Animal movement behaviour is influenced by a set of complex external and internal factors interacting at diverse temporal and spatial scales . Changes in environmental conditions, such as wind, temperature and precipitation often lead to different movement behaviours in wildlife, reflected as specific spatio-temporal patterns in movement data. Identifying and understanding these patterns is one of the challenges for movement ecology .
Studying the relationship between environmental conditions and wildlife movement requires the use of trajectory annotation, a set of data fusion techniques combining movement locations with environmental data . Environmental data used in trajectory annotation can originate from diverse sources, such as meteorological stations  and remote sensing satellites . Current trajectory annotation methods use simple interpolation based on the nearest value in space and/or time . This works well when movement trajectories are sampled at high temporal frequencies, but is problematic when the sampling rate is coarse. For example, weather radar data are typically collected at 5 min intervals, which is a finer frequency than most GPS tracking data for larger animals whose movement is potentially affected by precipitation – for these animals, tracking points are often collected at sparse temporal resolution of hours or days . This introduces a considerable uncertainty in terms of how well the environmental data matches the patterns observed in wildlife tracking data. Therefore, in order to understand how environmental conditions shape wildlife movement, it is crucial that we account for this uncertainty when investigating use of resources and their effect on movement.
This is an interdisciplinary project between geographic information science and movement ecology, which will look at the potential of time geographic methods [7,8] to explicitly address uncertainty in sparsely-sampled animal movement data within the data fusion process.
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Deer_Weather.jpg – A camera trap collage of movement of deer in Scottish Highlands in varied weather conditions. Photos by Solene Marion, current PhD student at the University of St Andrews, supervised by UD and JL, used with her permission.
We will develop new methods for movement data fusion of wildlife tracking data with environmental data, using principles from time geography. We will explore the potential of modelling environmental conditions experienced between two recorded tracking locations within the accessible space, that is, the space within which the animal had had to move given the physics of its movement. The accessible space is represented using what is termed a space-time prism  and captures the space where movement was possible in two  or three physical dimensions  plus time. Because space-time prisms focus on the physics of movement, we will develop specific interpolation methods that model values of environmental data across these accessible spaces. This has the potential for new insights in wildlife tracking analyses, because it captures the range of environmental conditions experienced between recorded tracking data locations in a more realistic way.
Additionally, we will re-define the accessible space using the physical characteristics of the environmental source field. For example, while potential path volumes  (derived from space-time prisms in 4D) model the accessible space between two 3D observations of a moving object (e.g. a bird in flight) as an ellipsoid, this space can be stretched, twisted and distorted according to the forces exerted by the environmental conditions (such as the wind). We will use information on the wind field to model this distorted space and create a more realistic representation of accessible space, which takes into account the constraints posed to movement by the environment.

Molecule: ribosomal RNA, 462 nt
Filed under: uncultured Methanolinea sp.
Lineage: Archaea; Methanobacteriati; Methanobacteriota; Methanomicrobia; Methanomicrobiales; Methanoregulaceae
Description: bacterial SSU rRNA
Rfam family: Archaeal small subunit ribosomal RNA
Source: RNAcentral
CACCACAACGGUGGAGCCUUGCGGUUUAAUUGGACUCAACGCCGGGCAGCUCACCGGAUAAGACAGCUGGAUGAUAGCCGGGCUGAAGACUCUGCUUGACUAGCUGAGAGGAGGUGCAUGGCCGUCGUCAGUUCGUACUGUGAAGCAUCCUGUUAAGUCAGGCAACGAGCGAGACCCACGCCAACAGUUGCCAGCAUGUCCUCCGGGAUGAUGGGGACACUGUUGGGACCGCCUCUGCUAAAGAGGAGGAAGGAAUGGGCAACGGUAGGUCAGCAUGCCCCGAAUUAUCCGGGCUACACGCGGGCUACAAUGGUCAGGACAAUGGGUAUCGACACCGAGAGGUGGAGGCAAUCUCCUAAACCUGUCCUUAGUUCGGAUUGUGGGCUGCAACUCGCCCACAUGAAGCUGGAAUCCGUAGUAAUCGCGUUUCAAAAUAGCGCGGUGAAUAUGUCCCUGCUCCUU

Our methods will be tested on simulated and real tracking data. We will have two case studies:
• CS1 – deer movement. We will link 2D GPS tracking data from white-tailed deer  to meteorological data (e.g. rainfall radar and other open weather data) to investigate deer’s responses to periodic and extreme weather events.
• CS2 – bird migration. We will link 3D GPS tracking data  to three-dimensional wind data (e.g. 3D wind profiles from ESA’s Aeolus satellite and other openly available data on atmospheric dynamics). This will contribute to the understanding how birds respond to external atmospheric factors to navigate across large-scale distances.
The final step will be validation of our new methods through a comparative analysis of resource selection processes: we will fit step-selection functions (SSF ) to fused movement-environment data from our methods and compare these to results of SSF models where data were integrated using the traditional nearest-in-space-time interpolation.
Studentship will be located at the University of St Andrews with co-supervision at the University of Stirling.
Anticipated project outcomes:
1. A set of new methods for data fusion of sparsely sampled movement trajectories and environmental data.
2. A completed PhD thesis.
3. Publications: 3 papers in GIScience/Movement Ecology journals and 3 conference papers at international conferences (GIScience, Geocomputation, Bio-logging).
4. Impact outcomes: implementation and publication of new methods as FOSS software
Student will perform an in-depth interdisciplinary literature review of trajectory annotation methods. He/she will start method development for case study 1, undertake training and present the work at an international conference.
Student will develop new movement data fusion methods and write the first journal paper. He/she will continue analysis and method development for case study 1, undertake further training and present at one international conference.